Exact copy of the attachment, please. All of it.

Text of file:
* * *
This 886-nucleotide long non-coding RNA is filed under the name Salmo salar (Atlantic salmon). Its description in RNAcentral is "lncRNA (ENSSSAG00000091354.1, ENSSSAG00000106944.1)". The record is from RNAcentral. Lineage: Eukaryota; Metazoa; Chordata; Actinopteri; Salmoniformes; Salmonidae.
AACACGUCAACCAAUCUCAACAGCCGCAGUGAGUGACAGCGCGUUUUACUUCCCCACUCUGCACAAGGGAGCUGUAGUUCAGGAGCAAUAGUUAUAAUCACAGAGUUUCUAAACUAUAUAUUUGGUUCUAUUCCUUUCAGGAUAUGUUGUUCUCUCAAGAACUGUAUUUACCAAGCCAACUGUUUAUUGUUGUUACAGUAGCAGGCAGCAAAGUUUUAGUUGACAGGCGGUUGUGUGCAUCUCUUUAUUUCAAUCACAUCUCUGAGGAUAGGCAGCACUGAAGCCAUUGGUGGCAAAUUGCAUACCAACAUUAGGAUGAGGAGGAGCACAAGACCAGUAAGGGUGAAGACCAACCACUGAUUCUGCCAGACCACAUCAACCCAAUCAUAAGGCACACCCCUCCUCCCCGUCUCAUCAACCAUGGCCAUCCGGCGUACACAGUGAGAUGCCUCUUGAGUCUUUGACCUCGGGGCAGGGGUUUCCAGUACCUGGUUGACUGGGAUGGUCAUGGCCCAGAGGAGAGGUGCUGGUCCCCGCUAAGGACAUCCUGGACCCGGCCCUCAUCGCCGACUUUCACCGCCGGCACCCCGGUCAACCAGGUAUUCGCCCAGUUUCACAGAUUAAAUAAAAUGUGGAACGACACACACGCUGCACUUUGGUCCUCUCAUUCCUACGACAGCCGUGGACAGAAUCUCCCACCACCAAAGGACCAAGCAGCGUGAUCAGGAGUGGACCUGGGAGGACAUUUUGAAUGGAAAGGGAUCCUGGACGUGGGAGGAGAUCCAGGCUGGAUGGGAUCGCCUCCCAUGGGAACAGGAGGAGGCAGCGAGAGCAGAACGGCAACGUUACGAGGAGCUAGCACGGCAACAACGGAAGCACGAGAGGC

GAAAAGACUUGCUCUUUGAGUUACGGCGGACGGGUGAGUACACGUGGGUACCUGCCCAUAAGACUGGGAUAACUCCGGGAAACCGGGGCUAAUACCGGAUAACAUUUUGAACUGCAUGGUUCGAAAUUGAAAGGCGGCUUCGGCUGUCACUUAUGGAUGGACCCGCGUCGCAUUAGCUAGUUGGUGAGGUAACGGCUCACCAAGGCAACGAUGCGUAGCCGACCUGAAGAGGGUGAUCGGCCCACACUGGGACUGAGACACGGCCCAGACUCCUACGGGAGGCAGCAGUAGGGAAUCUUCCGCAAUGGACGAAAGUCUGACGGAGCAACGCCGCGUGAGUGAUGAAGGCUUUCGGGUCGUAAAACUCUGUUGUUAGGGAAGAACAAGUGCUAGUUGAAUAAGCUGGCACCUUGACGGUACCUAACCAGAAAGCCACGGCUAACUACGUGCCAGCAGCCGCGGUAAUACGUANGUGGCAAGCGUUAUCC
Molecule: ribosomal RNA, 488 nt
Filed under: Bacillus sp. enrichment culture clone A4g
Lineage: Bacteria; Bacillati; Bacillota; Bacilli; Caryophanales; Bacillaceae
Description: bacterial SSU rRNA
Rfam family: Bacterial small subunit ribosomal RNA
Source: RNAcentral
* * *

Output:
This 886-nucleotide long non-coding RNA is filed under the name Salmo salar (Atlantic salmon). Its description in RNAcentral is "lncRNA (ENSSSAG00000091354.1, ENSSSAG00000106944.1)". The record is from RNAcentral. Lineage: Eukaryota; Metazoa; Chordata; Actinopteri; Salmoniformes; Salmonidae.
AACACGUCAACCAAUCUCAACAGCCGCAGUGAGUGACAGCGCGUUUUACUUCCCCACUCUGCACAAGGGAGCUGUAGUUCAGGAGCAAUAGUUAUAAUCACAGAGUUUCUAAACUAUAUAUUUGGUUCUAUUCCUUUCAGGAUAUGUUGUUCUCUCAAGAACUGUAUUUACCAAGCCAACUGUUUAUUGUUGUUACAGUAGCAGGCAGCAAAGUUUUAGUUGACAGGCGGUUGUGUGCAUCUCUUUAUUUCAAUCACAUCUCUGAGGAUAGGCAGCACUGAAGCCAUUGGUGGCAAAUUGCAUACCAACAUUAGGAUGAGGAGGAGCACAAGACCAGUAAGGGUGAAGACCAACCACUGAUUCUGCCAGACCACAUCAACCCAAUCAUAAGGCACACCCCUCCUCCCCGUCUCAUCAACCAUGGCCAUCCGGCGUACACAGUGAGAUGCCUCUUGAGUCUUUGACCUCGGGGCAGGGGUUUCCAGUACCUGGUUGACUGGGAUGGUCAUGGCCCAGAGGAGAGGUGCUGGUCCCCGCUAAGGACAUCCUGGACCCGGCCCUCAUCGCCGACUUUCACCGCCGGCACCCCGGUCAACCAGGUAUUCGCCCAGUUUCACAGAUUAAAUAAAAUGUGGAACGACACACACGCUGCACUUUGGUCCUCUCAUUCCUACGACAGCCGUGGACAGAAUCUCCCACCACCAAAGGACCAAGCAGCGUGAUCAGGAGUGGACCUGGGAGGACAUUUUGAAUGGAAAGGGAUCCUGGACGUGGGAGGAGAUCCAGGCUGGAUGGGAUCGCCUCCCAUGGGAACAGGAGGAGGCAGCGAGAGCAGAACGGCAACGUUACGAGGAGCUAGCACGGCAACAACGGAAGCACGAGAGGC

GAAAAGACUUGCUCUUUGAGUUACGGCGGACGGGUGAGUACACGUGGGUACCUGCCCAUAAGACUGGGAUAACUCCGGGAAACCGGGGCUAAUACCGGAUAACAUUUUGAACUGCAUGGUUCGAAAUUGAAAGGCGGCUUCGGCUGUCACUUAUGGAUGGACCCGCGUCGCAUUAGCUAGUUGGUGAGGUAACGGCUCACCAAGGCAACGAUGCGUAGCCGACCUGAAGAGGGUGAUCGGCCCACACUGGGACUGAGACACGGCCCAGACUCCUACGGGAGGCAGCAGUAGGGAAUCUUCCGCAAUGGACGAAAGUCUGACGGAGCAACGCCGCGUGAGUGAUGAAGGCUUUCGGGUCGUAAAACUCUGUUGUUAGGGAAGAACAAGUGCUAGUUGAAUAAGCUGGCACCUUGACGGUACCUAACCAGAAAGCCACGGCUAACUACGUGCCAGCAGCCGCGGUAAUACGUANGUGGCAAGCGUUAUCC
Molecule: ribosomal RNA, 488 nt
Filed under: Bacillus sp. enrichment culture clone A4g
Lineage: Bacteria; Bacillati; Bacillota; Bacilli; Caryophanales; Bacillaceae
Description: bacterial SSU rRNA
Rfam family: Bacterial small subunit ribosomal RNA
Source: RNAcentral